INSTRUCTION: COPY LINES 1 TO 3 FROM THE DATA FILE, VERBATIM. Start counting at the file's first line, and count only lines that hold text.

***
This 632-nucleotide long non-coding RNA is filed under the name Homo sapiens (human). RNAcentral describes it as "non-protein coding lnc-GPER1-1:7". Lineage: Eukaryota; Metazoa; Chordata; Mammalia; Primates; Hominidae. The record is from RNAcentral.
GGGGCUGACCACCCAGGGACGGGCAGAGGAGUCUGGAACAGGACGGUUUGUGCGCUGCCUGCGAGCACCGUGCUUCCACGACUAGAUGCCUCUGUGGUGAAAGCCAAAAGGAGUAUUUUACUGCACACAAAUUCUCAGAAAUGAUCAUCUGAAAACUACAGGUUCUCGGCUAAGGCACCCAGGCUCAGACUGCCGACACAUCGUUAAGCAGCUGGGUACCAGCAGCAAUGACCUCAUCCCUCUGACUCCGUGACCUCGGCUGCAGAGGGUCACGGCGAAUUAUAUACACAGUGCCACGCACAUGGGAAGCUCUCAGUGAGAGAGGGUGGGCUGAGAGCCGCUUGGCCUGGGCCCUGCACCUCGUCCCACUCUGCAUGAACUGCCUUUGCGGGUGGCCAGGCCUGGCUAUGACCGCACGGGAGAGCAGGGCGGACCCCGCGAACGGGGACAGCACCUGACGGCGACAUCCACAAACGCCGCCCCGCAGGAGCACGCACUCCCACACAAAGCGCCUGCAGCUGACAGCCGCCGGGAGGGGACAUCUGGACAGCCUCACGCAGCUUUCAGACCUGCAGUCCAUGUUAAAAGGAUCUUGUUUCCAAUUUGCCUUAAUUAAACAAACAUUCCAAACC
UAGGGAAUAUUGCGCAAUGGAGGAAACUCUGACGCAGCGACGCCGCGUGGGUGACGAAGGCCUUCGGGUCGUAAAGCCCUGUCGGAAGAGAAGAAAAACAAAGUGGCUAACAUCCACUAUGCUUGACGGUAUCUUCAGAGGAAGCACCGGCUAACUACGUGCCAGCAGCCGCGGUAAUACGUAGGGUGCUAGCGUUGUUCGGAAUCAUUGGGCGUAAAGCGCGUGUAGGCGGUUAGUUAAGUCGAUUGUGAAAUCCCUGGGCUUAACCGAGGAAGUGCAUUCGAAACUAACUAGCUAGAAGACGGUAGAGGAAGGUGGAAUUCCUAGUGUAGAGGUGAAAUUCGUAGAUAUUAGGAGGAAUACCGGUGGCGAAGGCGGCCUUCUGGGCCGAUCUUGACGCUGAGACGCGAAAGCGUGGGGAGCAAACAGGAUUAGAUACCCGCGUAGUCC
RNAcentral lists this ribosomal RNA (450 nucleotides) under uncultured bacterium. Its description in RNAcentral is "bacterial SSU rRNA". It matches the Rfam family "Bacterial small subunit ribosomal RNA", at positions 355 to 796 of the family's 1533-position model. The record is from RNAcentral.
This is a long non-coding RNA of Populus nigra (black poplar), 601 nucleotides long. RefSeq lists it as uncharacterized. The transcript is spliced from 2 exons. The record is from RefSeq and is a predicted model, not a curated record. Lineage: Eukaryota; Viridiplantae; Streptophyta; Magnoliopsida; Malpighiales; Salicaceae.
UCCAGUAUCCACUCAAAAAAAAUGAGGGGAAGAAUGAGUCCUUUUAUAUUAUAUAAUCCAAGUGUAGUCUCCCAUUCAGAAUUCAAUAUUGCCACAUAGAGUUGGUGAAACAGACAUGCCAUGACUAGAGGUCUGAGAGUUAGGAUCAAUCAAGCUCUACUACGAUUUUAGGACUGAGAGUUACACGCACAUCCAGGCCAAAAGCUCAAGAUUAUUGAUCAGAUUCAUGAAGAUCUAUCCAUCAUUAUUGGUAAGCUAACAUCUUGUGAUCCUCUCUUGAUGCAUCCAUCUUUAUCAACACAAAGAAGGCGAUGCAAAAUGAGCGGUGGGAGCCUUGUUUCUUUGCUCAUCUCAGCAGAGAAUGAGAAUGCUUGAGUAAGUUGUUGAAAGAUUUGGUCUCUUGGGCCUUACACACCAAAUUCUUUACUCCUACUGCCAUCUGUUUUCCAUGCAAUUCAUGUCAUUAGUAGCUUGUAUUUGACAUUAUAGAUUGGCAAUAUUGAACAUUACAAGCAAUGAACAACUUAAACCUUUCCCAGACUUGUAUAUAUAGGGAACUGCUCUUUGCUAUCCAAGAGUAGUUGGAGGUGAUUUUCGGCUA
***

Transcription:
This 632-nucleotide long non-coding RNA is filed under the name Homo sapiens (human). RNAcentral describes it as "non-protein coding lnc-GPER1-1:7". Lineage: Eukaryota; Metazoa; Chordata; Mammalia; Primates; Hominidae. The record is from RNAcentral.
GGGGCUGACCACCCAGGGACGGGCAGAGGAGUCUGGAACAGGACGGUUUGUGCGCUGCCUGCGAGCACCGUGCUUCCACGACUAGAUGCCUCUGUGGUGAAAGCCAAAAGGAGUAUUUUACUGCACACAAAUUCUCAGAAAUGAUCAUCUGAAAACUACAGGUUCUCGGCUAAGGCACCCAGGCUCAGACUGCCGACACAUCGUUAAGCAGCUGGGUACCAGCAGCAAUGACCUCAUCCCUCUGACUCCGUGACCUCGGCUGCAGAGGGUCACGGCGAAUUAUAUACACAGUGCCACGCACAUGGGAAGCUCUCAGUGAGAGAGGGUGGGCUGAGAGCCGCUUGGCCUGGGCCCUGCACCUCGUCCCACUCUGCAUGAACUGCCUUUGCGGGUGGCCAGGCCUGGCUAUGACCGCACGGGAGAGCAGGGCGGACCCCGCGAACGGGGACAGCACCUGACGGCGACAUCCACAAACGCCGCCCCGCAGGAGCACGCACUCCCACACAAAGCGCCUGCAGCUGACAGCCGCCGGGAGGGGACAUCUGGACAGCCUCACGCAGCUUUCAGACCUGCAGUCCAUGUUAAAAGGAUCUUGUUUCCAAUUUGCCUUAAUUAAACAAACAUUCCAAACC
UAGGGAAUAUUGCGCAAUGGAGGAAACUCUGACGCAGCGACGCCGCGUGGGUGACGAAGGCCUUCGGGUCGUAAAGCCCUGUCGGAAGAGAAGAAAAACAAAGUGGCUAACAUCCACUAUGCUUGACGGUAUCUUCAGAGGAAGCACCGGCUAACUACGUGCCAGCAGCCGCGGUAAUACGUAGGGUGCUAGCGUUGUUCGGAAUCAUUGGGCGUAAAGCGCGUGUAGGCGGUUAGUUAAGUCGAUUGUGAAAUCCCUGGGCUUAACCGAGGAAGUGCAUUCGAAACUAACUAGCUAGAAGACGGUAGAGGAAGGUGGAAUUCCUAGUGUAGAGGUGAAAUUCGUAGAUAUUAGGAGGAAUACCGGUGGCGAAGGCGGCCUUCUGGGCCGAUCUUGACGCUGAGACGCGAAAGCGUGGGGAGCAAACAGGAUUAGAUACCCGCGUAGUCC